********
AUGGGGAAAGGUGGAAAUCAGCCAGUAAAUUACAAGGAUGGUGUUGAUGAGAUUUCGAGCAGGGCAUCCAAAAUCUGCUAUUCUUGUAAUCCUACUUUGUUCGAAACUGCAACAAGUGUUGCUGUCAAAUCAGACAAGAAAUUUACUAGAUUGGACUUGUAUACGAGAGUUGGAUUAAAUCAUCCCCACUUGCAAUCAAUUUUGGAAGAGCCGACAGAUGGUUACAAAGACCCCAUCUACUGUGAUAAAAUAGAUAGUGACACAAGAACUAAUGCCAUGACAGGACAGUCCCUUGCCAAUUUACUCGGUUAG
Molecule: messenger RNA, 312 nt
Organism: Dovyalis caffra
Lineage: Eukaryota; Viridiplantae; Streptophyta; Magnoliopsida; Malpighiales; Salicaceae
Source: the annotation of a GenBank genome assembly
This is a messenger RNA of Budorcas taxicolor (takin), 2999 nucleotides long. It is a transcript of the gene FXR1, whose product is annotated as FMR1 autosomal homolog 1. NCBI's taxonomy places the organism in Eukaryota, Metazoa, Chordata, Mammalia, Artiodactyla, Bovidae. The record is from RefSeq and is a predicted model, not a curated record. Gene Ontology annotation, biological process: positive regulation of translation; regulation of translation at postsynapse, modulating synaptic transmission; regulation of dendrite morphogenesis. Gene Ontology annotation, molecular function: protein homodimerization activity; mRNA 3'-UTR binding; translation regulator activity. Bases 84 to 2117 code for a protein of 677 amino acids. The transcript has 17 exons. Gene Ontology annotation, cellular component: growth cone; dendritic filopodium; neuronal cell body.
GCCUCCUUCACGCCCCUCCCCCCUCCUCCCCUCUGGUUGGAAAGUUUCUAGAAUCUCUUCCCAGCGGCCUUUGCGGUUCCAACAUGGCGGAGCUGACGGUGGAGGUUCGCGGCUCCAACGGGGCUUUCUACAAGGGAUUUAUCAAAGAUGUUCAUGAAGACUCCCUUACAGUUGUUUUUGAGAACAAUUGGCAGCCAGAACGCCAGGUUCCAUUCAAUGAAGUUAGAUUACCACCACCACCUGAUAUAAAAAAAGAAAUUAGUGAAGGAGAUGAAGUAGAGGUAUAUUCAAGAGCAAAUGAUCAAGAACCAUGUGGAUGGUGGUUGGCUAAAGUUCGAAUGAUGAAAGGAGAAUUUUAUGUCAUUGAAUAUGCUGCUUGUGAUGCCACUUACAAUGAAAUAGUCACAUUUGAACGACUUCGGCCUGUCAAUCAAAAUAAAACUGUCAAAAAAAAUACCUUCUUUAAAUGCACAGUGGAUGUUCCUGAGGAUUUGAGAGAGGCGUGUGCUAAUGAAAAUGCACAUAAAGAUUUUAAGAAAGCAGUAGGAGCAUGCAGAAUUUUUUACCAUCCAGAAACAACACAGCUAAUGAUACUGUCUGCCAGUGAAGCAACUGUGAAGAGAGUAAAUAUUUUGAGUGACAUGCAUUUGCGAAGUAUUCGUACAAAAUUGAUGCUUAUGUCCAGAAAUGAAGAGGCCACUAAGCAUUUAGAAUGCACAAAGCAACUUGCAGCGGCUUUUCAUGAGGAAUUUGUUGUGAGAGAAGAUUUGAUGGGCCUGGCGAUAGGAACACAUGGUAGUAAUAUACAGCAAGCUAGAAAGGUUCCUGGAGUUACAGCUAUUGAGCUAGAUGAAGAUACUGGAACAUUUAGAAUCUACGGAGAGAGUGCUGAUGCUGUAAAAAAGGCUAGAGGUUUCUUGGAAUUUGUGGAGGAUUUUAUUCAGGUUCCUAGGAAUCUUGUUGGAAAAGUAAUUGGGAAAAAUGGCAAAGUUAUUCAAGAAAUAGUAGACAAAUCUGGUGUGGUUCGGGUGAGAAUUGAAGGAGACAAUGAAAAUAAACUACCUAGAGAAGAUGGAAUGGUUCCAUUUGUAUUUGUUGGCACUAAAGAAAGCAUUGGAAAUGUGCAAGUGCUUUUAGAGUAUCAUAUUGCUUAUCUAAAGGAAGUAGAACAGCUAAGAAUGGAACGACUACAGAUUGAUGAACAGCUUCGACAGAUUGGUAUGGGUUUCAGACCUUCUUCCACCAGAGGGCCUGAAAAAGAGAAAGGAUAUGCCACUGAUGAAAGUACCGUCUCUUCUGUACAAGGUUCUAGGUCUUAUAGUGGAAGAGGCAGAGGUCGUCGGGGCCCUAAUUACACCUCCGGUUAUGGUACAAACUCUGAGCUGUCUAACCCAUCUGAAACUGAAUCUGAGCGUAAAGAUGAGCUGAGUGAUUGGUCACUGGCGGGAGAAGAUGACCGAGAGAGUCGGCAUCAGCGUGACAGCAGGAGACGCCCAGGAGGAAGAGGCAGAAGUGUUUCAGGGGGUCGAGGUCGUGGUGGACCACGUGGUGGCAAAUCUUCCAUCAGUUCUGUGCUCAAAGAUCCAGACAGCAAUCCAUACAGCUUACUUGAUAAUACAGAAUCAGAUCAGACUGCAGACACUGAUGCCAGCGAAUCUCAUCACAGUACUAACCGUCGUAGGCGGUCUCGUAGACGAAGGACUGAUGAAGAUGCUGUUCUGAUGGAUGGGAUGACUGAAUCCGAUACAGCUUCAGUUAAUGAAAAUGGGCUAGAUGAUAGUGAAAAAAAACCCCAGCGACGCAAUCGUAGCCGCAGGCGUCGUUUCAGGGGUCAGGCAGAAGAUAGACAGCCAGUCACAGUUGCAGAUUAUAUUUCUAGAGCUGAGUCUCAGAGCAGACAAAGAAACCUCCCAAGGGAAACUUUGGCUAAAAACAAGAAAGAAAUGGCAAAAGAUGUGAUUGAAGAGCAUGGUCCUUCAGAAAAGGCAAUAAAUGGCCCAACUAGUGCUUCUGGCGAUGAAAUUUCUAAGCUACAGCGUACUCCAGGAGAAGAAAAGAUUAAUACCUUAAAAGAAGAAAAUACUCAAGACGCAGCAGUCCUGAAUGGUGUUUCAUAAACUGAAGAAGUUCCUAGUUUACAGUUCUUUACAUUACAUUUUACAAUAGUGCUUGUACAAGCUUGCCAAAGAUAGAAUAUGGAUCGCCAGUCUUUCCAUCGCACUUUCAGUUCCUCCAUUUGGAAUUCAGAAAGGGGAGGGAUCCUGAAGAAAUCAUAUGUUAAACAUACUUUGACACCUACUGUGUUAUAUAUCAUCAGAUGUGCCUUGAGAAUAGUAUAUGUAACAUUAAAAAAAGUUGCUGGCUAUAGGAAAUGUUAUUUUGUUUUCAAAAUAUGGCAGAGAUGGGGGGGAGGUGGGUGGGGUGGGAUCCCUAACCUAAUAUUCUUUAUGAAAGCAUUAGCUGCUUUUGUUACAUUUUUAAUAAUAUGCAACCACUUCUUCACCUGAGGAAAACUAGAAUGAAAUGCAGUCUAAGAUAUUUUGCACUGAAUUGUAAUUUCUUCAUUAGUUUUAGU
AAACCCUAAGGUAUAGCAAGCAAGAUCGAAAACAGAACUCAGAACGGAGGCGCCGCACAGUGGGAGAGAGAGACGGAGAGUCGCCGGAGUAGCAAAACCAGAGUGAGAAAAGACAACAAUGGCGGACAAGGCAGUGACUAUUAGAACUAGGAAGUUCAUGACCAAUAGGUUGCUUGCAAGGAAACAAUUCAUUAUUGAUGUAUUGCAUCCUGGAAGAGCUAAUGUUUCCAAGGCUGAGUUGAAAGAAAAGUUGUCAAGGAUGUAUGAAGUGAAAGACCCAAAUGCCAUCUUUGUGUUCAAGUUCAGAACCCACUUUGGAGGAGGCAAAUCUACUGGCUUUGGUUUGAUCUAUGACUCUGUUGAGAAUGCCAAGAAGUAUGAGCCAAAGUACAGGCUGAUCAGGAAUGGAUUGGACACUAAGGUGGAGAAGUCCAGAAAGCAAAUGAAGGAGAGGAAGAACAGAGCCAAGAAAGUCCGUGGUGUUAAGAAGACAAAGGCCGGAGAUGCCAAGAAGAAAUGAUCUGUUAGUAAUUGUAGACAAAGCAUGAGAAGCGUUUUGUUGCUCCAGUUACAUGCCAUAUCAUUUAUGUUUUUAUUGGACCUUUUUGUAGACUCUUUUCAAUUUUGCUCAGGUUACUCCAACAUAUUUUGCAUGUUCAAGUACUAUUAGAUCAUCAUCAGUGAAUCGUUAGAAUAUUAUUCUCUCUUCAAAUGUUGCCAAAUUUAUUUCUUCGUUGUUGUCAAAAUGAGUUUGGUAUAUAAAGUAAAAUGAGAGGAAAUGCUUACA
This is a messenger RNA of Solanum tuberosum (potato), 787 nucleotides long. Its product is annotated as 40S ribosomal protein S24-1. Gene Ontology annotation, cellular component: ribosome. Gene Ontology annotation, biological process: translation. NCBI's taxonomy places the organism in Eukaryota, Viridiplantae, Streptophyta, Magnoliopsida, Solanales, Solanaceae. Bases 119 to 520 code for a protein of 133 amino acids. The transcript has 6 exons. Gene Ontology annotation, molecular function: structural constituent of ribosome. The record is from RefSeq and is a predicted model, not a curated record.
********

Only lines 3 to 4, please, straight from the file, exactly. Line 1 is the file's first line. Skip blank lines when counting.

Organism: Dovyalis caffra
Lineage: Eukaryota; Viridiplantae; Streptophyta; Magnoliopsida; Malpighiales; Salicaceae